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Missouri S&T professor awarded President’s Award for Cross-Cultural Engagement

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John Fougere

Chief Communications Officer

University Relations

Mar 20, 2014

Award recognizes faculty who promote cross-cultural engagement through education, research and service

ROLLA, Mo. – University of Missouri System Executive Vice President for Academic Affairs Hank Foley today awarded one of the UM System President’s Awards to Curt Elmore, professor in the department of Geological Sciences and Engineering at Missouri University of Science and Technology. 

Foley — accompanied by Missouri S&T Chancellor Cheryl B. Schrader — surprised Elmore with the President’s Award for Cross-Cultural Engagement, which includes a $5,000 award. The award recognizes faculty who promote cross-cultural engagement through education, research and service.  The award marks the first of 11 to be presented in 2014. 

The President’s Awards are presented annually to faculty members across the four campuses of the University of Missouri System who have made exceptional contributions in advancing the mission of the university.

President’s Award for Cross-Cultural Engagement
Curt Elmore, Ph.D., P.E.
Professor of Geological Engineering
Missouri University of Science and Technology

Dr. Curtis Elmore has a passion for bringing developing countries clean water, and he’s spreading that passion to his students. Since 2002, he has taken more than 50 international trips to numerous countries. These trips, many of which are taken with the capstone class Elmore designed himself, are aimed at helping students recognize the impact they can have across the world through engineering.

Since Elmore became a Missouri S&T professor of geological engineering in 2001, his focus has been on creating more international engagement outlets for students. He created an International Engineering and Design capstone class, which allows students to investigate and design solutions for water supply problems in Guatemala or Brazil. The course includes three to four weeks in a country where students apply their laboratory knowledge to real-world problems. He also directs the U.S.-Brazil Consortium for Sustainable Drinking Water Studies, sponsored by the U.S. Department of Education, which facilitates student exchange between Missouri S&T and two Brazilian universities.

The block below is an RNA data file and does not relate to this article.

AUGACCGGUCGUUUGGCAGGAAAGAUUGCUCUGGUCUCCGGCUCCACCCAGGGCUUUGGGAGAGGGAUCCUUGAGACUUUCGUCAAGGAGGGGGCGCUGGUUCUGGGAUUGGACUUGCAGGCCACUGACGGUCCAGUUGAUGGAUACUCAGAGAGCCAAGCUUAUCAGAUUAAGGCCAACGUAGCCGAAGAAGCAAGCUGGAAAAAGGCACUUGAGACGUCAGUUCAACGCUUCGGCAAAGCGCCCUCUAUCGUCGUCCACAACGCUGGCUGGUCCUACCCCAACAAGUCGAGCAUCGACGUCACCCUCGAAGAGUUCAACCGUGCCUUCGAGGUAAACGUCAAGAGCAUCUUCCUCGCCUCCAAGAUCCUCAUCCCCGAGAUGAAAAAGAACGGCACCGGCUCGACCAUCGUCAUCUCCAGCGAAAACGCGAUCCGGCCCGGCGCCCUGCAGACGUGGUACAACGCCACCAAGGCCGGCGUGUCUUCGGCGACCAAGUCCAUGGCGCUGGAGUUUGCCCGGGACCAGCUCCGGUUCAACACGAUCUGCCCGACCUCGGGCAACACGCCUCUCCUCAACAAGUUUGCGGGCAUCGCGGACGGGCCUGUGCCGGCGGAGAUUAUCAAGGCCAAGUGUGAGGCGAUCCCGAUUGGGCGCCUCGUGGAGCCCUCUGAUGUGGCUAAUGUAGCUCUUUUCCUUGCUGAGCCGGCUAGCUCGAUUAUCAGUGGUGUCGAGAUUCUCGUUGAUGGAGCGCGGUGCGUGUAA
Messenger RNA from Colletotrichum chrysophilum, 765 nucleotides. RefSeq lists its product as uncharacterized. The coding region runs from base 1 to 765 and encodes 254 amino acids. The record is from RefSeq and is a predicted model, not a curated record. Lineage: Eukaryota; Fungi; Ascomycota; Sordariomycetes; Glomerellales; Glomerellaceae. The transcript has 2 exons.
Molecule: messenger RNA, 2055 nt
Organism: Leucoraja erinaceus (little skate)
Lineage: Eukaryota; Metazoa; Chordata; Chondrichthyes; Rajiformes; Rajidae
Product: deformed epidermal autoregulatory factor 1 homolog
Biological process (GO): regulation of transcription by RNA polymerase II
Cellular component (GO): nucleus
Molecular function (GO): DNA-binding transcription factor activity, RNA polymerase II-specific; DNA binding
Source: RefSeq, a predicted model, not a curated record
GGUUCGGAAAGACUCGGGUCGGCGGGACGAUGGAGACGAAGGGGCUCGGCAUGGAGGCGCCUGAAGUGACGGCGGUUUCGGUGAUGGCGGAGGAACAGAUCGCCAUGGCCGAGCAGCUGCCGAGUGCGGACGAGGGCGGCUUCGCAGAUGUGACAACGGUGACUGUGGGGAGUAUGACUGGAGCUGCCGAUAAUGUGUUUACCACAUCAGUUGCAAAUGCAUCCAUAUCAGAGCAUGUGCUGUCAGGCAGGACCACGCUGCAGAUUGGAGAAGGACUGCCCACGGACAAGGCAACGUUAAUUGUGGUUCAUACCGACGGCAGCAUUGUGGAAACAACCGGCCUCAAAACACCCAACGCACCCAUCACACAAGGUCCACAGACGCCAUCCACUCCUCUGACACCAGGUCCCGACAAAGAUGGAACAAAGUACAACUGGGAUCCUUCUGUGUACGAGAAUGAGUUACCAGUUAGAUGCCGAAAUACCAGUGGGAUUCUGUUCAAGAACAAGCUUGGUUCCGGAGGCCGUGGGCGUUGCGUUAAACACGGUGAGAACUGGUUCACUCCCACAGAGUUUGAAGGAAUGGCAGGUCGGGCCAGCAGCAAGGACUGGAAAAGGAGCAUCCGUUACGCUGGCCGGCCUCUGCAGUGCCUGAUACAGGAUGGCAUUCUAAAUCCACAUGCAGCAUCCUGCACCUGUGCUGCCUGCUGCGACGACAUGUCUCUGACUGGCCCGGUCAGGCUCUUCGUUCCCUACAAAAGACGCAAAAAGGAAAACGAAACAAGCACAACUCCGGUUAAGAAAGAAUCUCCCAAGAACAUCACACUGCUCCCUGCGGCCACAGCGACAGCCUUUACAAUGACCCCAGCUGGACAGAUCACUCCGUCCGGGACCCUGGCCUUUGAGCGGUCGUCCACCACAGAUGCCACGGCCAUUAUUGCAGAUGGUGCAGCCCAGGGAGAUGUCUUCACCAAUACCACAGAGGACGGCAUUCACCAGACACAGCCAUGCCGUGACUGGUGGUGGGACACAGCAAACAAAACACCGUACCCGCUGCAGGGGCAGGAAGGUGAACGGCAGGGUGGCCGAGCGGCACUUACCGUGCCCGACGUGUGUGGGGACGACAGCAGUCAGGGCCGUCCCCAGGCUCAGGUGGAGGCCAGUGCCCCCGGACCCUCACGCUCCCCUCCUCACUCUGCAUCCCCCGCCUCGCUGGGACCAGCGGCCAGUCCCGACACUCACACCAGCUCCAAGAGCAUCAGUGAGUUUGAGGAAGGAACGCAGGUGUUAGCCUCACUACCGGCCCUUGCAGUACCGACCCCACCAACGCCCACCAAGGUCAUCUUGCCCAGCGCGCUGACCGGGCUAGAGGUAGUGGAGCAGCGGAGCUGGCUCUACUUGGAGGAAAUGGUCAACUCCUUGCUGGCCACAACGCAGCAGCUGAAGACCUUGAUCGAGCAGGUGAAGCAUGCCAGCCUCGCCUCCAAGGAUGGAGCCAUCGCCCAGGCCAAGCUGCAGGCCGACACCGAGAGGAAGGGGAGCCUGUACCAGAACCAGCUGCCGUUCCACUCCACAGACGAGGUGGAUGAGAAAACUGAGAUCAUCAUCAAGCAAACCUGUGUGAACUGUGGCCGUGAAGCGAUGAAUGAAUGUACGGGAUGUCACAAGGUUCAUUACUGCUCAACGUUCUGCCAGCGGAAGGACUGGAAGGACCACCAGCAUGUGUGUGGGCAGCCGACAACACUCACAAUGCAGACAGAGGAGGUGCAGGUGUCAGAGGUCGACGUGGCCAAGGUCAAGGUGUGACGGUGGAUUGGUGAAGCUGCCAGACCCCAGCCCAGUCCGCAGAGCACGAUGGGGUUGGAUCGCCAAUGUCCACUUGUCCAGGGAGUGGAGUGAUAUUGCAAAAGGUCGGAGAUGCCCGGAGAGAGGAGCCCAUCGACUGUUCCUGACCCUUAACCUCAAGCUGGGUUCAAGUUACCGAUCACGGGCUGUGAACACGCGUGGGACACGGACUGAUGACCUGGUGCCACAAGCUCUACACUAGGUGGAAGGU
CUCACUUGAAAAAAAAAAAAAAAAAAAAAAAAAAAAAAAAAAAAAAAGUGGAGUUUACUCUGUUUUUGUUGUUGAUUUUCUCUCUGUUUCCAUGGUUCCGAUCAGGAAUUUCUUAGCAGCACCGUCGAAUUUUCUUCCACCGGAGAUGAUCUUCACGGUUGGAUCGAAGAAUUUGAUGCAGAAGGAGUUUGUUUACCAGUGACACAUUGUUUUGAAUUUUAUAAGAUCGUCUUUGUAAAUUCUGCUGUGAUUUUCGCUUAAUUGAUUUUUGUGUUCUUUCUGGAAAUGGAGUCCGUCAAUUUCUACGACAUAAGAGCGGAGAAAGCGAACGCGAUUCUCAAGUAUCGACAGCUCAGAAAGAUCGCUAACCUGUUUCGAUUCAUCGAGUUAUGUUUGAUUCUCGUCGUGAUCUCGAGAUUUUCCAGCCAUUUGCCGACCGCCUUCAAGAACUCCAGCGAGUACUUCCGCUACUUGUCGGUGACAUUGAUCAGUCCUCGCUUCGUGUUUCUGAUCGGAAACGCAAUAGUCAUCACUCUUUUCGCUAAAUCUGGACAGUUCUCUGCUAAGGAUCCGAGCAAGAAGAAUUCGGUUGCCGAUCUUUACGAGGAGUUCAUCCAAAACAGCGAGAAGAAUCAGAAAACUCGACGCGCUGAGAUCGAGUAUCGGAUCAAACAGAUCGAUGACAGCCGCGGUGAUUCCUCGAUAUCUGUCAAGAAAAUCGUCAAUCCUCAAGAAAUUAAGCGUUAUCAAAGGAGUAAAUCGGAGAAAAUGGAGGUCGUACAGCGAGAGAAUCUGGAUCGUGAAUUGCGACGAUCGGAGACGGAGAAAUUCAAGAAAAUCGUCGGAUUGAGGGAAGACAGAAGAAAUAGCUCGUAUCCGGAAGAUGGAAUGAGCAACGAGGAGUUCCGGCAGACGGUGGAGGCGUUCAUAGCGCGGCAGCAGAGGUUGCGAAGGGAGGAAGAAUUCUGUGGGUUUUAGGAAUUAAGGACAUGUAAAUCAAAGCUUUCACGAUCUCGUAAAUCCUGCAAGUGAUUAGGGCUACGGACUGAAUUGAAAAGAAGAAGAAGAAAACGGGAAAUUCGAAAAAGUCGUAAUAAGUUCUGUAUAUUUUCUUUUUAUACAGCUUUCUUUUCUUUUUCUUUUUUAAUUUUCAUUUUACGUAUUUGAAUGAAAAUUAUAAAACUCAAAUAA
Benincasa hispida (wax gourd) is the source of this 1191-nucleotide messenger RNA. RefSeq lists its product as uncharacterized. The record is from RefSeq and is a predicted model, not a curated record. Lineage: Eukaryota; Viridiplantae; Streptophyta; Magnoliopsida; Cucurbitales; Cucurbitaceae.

In an effort to extend students’ global thinking, Elmore established the Global Studies minor and is in the process of establishing the Humanitarian Engineering and Science minor at Missouri S&T. The programs aim to produce future STEM leaders with broad cross-cultural awareness and an orientation to global service.

One nominator wrote, “He has forever altered and improved the S&T campus and its students’ experiences, changed views and perspective for both students and faculty, and impacted the lives of many peoples internationally, literally saving lives.”

A multitude of students cite Elmore’s influence on their lives and future careers, based on the cross-cultural exposure he gave them. Elmore’s teaching at Missouri S&T has created positive effects that continue to reach across the globe.

 

 

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